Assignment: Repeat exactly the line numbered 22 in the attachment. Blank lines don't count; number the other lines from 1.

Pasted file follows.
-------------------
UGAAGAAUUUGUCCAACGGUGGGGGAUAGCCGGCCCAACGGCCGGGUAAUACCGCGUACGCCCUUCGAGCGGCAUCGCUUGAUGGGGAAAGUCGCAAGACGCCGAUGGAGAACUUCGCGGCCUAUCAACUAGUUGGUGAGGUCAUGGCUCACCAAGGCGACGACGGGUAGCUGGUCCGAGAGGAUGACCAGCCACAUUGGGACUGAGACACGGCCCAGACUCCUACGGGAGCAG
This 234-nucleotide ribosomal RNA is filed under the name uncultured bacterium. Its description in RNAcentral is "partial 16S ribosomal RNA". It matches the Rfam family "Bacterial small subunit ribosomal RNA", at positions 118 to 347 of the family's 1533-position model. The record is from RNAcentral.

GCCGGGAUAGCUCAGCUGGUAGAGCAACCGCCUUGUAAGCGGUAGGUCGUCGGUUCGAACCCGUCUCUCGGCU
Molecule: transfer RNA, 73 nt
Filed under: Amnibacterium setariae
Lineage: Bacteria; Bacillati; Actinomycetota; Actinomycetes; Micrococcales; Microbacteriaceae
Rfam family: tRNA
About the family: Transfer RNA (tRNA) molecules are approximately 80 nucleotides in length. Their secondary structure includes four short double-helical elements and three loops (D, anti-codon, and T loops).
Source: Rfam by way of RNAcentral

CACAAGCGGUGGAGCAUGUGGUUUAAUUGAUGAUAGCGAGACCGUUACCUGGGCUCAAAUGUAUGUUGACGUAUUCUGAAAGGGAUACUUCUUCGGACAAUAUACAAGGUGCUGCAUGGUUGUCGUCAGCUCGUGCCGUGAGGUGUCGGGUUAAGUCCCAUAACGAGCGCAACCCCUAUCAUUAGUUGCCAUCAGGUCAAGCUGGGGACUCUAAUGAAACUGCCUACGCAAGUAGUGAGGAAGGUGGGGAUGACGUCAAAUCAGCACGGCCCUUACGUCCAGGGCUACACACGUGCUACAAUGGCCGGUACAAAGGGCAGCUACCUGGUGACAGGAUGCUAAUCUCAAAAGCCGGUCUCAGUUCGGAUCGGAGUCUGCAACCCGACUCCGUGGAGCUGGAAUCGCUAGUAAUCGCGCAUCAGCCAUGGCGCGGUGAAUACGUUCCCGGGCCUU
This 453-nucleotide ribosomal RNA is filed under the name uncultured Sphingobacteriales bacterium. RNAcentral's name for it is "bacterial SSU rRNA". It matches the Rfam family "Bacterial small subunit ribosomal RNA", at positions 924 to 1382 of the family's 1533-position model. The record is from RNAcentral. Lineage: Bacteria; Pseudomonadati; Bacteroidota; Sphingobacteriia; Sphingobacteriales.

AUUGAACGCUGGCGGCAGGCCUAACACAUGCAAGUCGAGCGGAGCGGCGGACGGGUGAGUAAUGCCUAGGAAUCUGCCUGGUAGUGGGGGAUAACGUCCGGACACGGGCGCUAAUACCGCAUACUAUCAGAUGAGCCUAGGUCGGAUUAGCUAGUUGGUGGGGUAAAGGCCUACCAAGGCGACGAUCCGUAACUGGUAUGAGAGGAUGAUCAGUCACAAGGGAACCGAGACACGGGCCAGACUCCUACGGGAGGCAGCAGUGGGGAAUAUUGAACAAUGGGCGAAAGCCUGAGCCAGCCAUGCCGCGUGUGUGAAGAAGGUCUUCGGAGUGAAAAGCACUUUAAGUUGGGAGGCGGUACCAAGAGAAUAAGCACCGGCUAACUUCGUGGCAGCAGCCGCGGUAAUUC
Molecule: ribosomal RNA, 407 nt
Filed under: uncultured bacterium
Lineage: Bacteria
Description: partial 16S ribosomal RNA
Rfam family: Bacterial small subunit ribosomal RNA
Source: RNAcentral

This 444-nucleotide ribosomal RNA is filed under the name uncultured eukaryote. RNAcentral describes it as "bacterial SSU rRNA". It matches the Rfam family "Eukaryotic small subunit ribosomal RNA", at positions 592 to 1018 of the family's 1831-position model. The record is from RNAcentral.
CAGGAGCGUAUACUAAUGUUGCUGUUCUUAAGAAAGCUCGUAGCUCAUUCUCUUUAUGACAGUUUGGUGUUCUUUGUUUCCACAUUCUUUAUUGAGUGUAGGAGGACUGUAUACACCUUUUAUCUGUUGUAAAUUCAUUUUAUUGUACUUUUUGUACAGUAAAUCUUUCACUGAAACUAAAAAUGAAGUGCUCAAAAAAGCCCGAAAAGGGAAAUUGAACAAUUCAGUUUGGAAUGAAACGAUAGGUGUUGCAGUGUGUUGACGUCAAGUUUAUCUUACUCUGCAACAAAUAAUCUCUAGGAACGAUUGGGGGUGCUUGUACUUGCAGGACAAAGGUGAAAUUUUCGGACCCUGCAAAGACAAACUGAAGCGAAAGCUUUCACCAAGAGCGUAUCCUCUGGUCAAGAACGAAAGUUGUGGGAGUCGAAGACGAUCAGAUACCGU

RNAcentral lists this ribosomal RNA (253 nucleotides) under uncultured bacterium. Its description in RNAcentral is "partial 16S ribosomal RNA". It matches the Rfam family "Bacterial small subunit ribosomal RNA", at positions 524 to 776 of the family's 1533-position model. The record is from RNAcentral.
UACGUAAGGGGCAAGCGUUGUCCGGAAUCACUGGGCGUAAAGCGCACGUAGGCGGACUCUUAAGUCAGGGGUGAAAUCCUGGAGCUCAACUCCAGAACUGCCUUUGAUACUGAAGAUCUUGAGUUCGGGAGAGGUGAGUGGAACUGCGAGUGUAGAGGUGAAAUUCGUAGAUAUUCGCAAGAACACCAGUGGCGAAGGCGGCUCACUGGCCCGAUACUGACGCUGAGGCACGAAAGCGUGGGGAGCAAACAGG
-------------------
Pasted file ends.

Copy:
UACGUAAGGGGCAAGCGUUGUCCGGAAUCACUGGGCGUAAAGCGCACGUAGGCGGACUCUUAAGUCAGGGGUGAAAUCCUGGAGCUCAACUCCAGAACUGCCUUUGAUACUGAAGAUCUUGAGUUCGGGAGAGGUGAGUGGAACUGCGAGUGUAGAGGUGAAAUUCGUAGAUAUUCGCAAGAACACCAGUGGCGAAGGCGGCUCACUGGCCCGAUACUGACGCUGAGGCACGAAAGCGUGGGGAGCAAACAGG